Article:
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Nanny holiday timing and new baby -HELP

(58 Posts)
blondecat Tue 12-Mar-13 07:28:48

I have a DD aged 2 y 3 m and a nanny. A new baby is arriving mid Summer (31 July)

Obviously the nanny needs a holiday and she wants it in the summer holidays so she can see her family

We have a maternity nurse booked for the baby and a summer nanny, who is her daughter and who already helped for 3 weeks last year will be joining us - the question is when?

The nanny would prefer time off in August. I am not sure if DD would not be more confused by that - she likely forgot the summer nanny and will be alone with her for 6 days when I am in hospital.
On the other hand the summer nanny can drive and swim and works much harder.

blondecat Tue 12-Mar-13 07:31:23

Oops early posting

So when to give the holiday July or August?

DH will take 1 maybe 2 days off for the birth but if he takes any holiday it will be in July. My family may come for a week max in August and his parents may pop in for a day or two but that's it

Pendipidy Tue 12-Mar-13 07:47:18

Blimey...and here are all the rest of us managing our children ourselves....how are you going to cope?....shock

MoYerBoat Tue 12-Mar-13 07:53:49

The nanny wants time off in August to spend time with her family. Therefore you give her time off in August.

ReetPetit Tue 12-Mar-13 07:57:19

Message deleted by Mumsnet for breaking our Talk Guidelines. Replies may also be deleted.

Backinthebox Tue 12-Mar-13 08:07:49

If one has a maternity nurse and a back up nanny, don't think it really matters when one's other nanny goes on holiday. But for gawds sake don't let the housekeeper and gardener go on holiday at the same time! However would you manage? grin

NewRowSees Tue 12-Mar-13 08:09:42

I'm not sure how it's self centred to want to arrange childcare in advance. Some surprisingly unhelpful comments there. I was just going to say I don't think it really matters when the nanny goes on holiday - regardless, there'll be a new person around to get used to, and a baby. I'd let her go in August if that's her preference.

And just being nosy, but why 6 days in hospital? Seems a long time...?

Branleuse Tue 12-Mar-13 08:12:20

I think shes given you more than enough notice tbh. I dont see the problem?

How many staff does a baby need?

ReetPetit Tue 12-Mar-13 08:12:25

lol at backinthebox grin
don't forget the chauffeur darling wink

Zara1984 Tue 12-Mar-13 08:12:32

You should let your regular nanny have time off in August, as is her preference, it's only fair!

6 days should not be an issue - surely your DP will be around a lot too, ie he won't be spending every waking moment at the hospital with you surely?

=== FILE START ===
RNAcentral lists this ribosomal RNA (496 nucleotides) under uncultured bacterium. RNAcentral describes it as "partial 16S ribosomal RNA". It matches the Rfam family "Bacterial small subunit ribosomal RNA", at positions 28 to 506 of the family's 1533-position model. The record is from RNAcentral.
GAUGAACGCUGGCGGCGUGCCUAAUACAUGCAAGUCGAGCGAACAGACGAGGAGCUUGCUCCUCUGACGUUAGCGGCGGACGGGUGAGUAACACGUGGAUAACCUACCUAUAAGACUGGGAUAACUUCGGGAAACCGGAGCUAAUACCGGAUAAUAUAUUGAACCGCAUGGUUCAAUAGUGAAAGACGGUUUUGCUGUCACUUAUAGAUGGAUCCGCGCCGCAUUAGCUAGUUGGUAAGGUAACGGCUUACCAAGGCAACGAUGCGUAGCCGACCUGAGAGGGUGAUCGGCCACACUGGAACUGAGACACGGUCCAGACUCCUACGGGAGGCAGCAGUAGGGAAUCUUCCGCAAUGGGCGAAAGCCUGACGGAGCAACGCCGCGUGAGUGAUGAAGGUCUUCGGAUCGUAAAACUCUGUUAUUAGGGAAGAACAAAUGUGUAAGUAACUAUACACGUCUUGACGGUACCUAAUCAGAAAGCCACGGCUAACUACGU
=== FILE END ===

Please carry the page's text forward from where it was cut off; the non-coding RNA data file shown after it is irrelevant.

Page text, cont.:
ZuleikaD Tue 12-Mar-13 08:20:16

You could try looking after your children yourself? Just a thought! grin

ReetPetit Tue 12-Mar-13 08:21:26

grin

Pollydon Tue 12-Mar-13 08:21:44

Your nanny is an employee, and as such has a right to take her annual leave when it suits her. Im sure your dd will be fine with the summer Nanny.
Now, must go & give Cook her orders for the day ...................

blondecat Tue 12-Mar-13 08:45:33

Ouch

DH works 14 hours a day. Last time he stayed in hospital for 12 hours and went on a business trip so he won't be able to help much.

The 6 days is a Swiss standard for c section, which I will need for medical reasons before you get on the "too posh to push" wagon. If things go smoothly i am hoping to sign myself out early. But after DD was born I was in and out of hospital with string of infections for 5 weeks and could hardly move so I am covering my bases.

The nanny's contract states that we agree on holidays that are mutually convenient. That's why I am asking for advice rather than just telling her "no, I will decide". If you think it won't make things much harder for DD that's helpful.

Weissdorn Tue 12-Mar-13 08:52:45

Message withdrawn at poster's request.

INeverSaidThat Tue 12-Mar-13 08:57:05

I also think that letting the Nanny have time off in August will be ok.

The summer nanny sounds good so I am sure your DD will be ok.

Hope everything goes ok.

Good luck with everything.

Still18atheart Tue 12-Mar-13 08:59:36

if you are worried about your dd not knowing the summer nanny. Why don't you get your dd used to her now. I.e having the summer nanny around on the other nanny's day off, getting both nannies to be working together a couple of days a week . So by the time July/August roles around your dd will be more comfortable with the summer nanny being around.

Zara1984 Tue 12-Mar-13 08:59:47

Fair enough OP

Really do think 6 days with the summer nanny will be fine. Perhaps she can take your DD out on lots of fun outside activities as a special treat, if she is very fit/swimmer/hard worker?

Some people are being quite judgey here. I got a 24/7 maternity nanny for 3 months the birth of DS, in the form of DMIL flying out to us, and then me flying out to family with the baby grin but I was tempted to get a professional one too, I was in such shock when I got home from the hospital.

dinkystinky Tue 12-Mar-13 09:00:55

I dont think it will make things harder for your DD so let your nanny go in August. Make sure you spend plenty of quality time yourself with your DD, and let the maternity nurse/summer nanny look after the baby a bit for you. Hope all goes well with the birth and everything.

Backinthebox Tue 12-Mar-13 09:09:19

OK, on a slightly more serious note. OP, lots depends on the employment contract and working relationship you have with your nanny (the main one, not the back up one.) My nanny has a contract which says she may take the same number of days a year holiday as I am given by my employer. I work 50%, so get 14 days leave. My nanny works 50%, so she gets 14 days too. 4 of those are Bank holidays and that's when she takes them. 5 of the other days I choose, the remaining 5 she chooses, but is to choose before my work roster is allocated in order to allow me to accommodate her holiday by ensuring I get those days off work. This is set out in her contract and was agreed when she first started working for us. So there are no surprises to either me or my nanny.